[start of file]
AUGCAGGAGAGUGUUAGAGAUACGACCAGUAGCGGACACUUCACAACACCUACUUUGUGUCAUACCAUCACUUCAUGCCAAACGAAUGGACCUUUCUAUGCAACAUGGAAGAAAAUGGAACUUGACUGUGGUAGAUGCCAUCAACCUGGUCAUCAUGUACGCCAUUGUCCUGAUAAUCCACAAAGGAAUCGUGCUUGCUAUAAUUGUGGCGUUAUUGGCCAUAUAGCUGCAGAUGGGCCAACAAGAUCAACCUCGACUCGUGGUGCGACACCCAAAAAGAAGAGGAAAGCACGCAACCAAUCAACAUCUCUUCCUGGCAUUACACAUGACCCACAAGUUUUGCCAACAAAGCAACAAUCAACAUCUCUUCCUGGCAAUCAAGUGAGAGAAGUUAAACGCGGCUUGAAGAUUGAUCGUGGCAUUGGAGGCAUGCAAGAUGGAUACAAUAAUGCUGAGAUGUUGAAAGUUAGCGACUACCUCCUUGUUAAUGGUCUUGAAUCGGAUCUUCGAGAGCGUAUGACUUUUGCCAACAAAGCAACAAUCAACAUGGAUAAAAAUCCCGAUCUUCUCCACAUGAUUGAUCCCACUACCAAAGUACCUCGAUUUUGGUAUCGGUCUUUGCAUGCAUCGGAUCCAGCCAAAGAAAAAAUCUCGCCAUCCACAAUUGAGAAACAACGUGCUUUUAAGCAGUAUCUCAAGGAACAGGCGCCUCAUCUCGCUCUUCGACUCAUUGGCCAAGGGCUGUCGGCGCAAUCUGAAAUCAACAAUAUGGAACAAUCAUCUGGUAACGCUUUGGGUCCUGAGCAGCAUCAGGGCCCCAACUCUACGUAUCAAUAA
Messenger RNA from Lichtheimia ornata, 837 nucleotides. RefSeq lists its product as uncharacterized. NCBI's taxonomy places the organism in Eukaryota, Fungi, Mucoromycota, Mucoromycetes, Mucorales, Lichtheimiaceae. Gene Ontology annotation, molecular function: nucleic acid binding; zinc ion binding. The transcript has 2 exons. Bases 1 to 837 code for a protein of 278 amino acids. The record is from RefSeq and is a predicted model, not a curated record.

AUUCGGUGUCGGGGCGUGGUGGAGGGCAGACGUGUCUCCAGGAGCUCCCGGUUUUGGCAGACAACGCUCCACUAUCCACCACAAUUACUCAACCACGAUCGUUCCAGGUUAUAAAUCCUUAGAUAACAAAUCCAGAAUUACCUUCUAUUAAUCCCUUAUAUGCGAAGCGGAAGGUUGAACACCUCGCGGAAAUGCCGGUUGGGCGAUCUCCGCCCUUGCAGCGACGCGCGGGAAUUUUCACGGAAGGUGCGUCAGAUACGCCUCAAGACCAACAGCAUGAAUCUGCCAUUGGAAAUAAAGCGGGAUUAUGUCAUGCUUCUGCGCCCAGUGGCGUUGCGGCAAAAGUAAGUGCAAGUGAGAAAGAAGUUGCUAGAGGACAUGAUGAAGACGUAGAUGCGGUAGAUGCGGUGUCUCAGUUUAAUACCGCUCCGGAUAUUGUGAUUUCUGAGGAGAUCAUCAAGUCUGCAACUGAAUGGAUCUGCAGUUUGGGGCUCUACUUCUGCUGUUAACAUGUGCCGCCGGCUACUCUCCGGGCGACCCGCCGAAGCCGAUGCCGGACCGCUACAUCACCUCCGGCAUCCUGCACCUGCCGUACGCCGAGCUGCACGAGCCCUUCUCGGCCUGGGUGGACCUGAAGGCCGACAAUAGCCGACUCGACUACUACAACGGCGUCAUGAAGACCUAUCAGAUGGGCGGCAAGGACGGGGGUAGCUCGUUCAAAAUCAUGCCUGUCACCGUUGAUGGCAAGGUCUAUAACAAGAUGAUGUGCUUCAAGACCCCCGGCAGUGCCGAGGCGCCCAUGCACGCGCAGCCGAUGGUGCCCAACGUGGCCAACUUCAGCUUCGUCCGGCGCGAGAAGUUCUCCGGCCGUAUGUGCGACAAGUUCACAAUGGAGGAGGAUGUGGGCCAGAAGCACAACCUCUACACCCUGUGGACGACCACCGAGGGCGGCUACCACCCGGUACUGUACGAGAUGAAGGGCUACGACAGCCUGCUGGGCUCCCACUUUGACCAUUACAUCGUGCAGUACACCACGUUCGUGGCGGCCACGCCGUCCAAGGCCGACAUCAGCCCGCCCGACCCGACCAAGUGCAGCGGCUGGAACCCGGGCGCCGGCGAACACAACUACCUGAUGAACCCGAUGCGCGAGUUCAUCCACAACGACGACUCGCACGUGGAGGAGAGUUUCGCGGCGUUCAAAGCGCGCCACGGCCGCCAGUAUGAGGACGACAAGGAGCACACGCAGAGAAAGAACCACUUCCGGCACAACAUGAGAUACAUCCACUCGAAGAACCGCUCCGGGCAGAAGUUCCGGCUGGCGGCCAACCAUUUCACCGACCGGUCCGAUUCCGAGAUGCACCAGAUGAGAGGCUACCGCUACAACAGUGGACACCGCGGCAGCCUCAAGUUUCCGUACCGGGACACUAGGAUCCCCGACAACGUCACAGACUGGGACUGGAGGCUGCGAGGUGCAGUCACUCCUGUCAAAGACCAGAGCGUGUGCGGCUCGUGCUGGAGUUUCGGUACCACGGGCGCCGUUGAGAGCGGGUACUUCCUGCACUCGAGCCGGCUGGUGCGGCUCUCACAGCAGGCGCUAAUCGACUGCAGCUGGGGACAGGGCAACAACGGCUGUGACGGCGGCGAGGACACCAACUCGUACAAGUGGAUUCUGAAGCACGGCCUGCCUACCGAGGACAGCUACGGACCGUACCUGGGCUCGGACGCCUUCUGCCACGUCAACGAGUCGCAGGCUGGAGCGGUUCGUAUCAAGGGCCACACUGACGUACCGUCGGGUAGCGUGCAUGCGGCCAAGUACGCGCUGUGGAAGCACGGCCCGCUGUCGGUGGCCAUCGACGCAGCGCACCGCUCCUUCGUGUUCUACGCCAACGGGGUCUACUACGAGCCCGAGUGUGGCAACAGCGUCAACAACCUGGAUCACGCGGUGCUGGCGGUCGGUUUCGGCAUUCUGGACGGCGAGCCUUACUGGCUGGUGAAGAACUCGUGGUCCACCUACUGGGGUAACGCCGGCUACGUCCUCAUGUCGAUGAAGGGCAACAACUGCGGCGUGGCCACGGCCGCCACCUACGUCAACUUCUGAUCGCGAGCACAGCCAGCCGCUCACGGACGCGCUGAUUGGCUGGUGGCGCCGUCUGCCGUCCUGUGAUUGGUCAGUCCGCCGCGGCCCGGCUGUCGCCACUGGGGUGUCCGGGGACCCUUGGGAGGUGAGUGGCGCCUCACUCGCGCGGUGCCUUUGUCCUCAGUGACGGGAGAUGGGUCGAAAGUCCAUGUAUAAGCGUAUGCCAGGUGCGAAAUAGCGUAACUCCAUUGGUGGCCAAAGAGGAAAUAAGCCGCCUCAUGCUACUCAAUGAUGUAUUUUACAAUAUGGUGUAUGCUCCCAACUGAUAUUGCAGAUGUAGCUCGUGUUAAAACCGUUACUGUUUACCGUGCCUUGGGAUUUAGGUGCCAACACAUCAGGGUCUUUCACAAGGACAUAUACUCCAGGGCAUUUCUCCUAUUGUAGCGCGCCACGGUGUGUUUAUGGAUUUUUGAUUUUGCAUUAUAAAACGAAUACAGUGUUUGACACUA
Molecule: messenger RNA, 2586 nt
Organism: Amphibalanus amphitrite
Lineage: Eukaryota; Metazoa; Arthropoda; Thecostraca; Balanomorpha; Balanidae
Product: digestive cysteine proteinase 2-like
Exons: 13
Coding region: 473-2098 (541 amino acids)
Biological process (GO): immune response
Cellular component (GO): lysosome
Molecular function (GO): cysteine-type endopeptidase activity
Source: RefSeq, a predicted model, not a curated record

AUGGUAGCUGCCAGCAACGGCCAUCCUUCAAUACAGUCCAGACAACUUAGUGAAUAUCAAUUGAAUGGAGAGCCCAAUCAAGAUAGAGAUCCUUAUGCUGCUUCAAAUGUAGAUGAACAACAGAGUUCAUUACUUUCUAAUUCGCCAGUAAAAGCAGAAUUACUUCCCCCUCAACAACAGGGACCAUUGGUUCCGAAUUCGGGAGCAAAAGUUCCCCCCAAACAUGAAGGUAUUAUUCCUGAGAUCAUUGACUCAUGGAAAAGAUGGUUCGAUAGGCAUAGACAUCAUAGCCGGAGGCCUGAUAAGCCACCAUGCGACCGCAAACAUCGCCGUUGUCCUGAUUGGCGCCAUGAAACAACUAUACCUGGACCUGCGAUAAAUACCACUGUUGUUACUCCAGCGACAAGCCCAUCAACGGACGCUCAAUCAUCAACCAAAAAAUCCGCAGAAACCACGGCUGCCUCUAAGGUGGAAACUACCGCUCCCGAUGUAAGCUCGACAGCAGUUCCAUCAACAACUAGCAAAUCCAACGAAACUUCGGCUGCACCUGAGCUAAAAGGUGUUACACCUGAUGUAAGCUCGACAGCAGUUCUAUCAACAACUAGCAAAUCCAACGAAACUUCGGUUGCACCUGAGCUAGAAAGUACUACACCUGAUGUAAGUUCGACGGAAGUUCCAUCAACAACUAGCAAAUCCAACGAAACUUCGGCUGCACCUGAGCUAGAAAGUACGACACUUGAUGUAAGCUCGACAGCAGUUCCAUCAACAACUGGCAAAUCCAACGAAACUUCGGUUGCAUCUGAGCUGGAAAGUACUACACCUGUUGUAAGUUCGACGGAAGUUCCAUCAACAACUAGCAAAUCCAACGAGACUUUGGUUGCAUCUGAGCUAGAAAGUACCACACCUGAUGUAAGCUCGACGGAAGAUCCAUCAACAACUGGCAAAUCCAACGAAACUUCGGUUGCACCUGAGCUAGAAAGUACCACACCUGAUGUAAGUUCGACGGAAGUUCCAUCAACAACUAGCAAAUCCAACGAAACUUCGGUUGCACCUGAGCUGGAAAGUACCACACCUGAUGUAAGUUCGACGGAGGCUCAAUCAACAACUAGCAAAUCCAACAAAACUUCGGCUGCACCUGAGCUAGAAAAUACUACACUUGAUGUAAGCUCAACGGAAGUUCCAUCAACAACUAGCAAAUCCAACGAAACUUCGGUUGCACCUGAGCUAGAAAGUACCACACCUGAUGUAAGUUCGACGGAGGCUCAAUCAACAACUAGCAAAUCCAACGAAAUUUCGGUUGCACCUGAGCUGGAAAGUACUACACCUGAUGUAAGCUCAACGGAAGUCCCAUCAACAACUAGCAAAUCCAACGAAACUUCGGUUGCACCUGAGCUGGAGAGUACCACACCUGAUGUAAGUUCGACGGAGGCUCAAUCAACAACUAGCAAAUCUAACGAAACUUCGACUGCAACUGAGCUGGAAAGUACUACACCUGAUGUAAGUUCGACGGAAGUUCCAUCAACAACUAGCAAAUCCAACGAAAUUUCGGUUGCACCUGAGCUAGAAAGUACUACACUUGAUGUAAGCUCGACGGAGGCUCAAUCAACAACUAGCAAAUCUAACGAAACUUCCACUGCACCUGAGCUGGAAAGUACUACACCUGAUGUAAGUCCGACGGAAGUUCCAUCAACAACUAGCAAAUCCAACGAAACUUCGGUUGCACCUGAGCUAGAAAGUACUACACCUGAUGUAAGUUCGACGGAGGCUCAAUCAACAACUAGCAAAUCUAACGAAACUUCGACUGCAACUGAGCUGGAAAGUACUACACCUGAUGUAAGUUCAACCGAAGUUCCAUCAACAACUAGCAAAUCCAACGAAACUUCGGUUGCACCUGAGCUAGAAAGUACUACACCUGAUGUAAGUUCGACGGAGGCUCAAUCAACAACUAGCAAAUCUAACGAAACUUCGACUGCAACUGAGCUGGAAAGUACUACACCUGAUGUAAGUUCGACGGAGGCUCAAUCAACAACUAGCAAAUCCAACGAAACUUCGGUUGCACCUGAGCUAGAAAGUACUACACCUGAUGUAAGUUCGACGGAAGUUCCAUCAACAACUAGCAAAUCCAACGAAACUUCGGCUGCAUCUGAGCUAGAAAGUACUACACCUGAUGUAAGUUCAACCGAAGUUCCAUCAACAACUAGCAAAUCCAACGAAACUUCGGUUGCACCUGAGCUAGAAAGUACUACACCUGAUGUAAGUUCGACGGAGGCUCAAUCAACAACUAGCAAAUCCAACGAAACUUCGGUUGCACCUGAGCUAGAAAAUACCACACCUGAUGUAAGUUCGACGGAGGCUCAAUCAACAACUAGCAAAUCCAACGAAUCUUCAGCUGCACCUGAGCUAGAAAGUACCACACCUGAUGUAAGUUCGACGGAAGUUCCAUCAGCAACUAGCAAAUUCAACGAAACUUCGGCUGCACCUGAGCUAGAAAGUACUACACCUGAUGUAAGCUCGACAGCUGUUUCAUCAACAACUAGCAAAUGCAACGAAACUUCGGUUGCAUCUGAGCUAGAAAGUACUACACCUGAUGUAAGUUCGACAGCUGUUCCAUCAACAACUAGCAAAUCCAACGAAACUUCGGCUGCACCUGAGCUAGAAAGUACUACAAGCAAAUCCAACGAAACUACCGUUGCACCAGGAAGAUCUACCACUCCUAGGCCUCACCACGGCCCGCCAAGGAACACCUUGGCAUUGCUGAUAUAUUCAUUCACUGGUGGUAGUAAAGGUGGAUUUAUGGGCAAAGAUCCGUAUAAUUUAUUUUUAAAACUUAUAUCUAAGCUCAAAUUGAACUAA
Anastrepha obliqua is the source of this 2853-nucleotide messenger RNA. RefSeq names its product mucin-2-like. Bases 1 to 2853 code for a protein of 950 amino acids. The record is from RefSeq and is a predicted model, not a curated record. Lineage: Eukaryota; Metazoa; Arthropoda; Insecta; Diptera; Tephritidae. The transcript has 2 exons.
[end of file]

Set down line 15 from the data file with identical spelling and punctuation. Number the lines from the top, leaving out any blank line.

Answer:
Anastrepha obliqua is the source of this 2853-nucleotide messenger RNA. RefSeq names its product mucin-2-like. Bases 1 to 2853 code for a protein of 950 amino acids. The record is from RefSeq and is a predicted model, not a curated record. Lineage: Eukaryota; Metazoa; Arthropoda; Insecta; Diptera; Tephritidae. The transcript has 2 exons.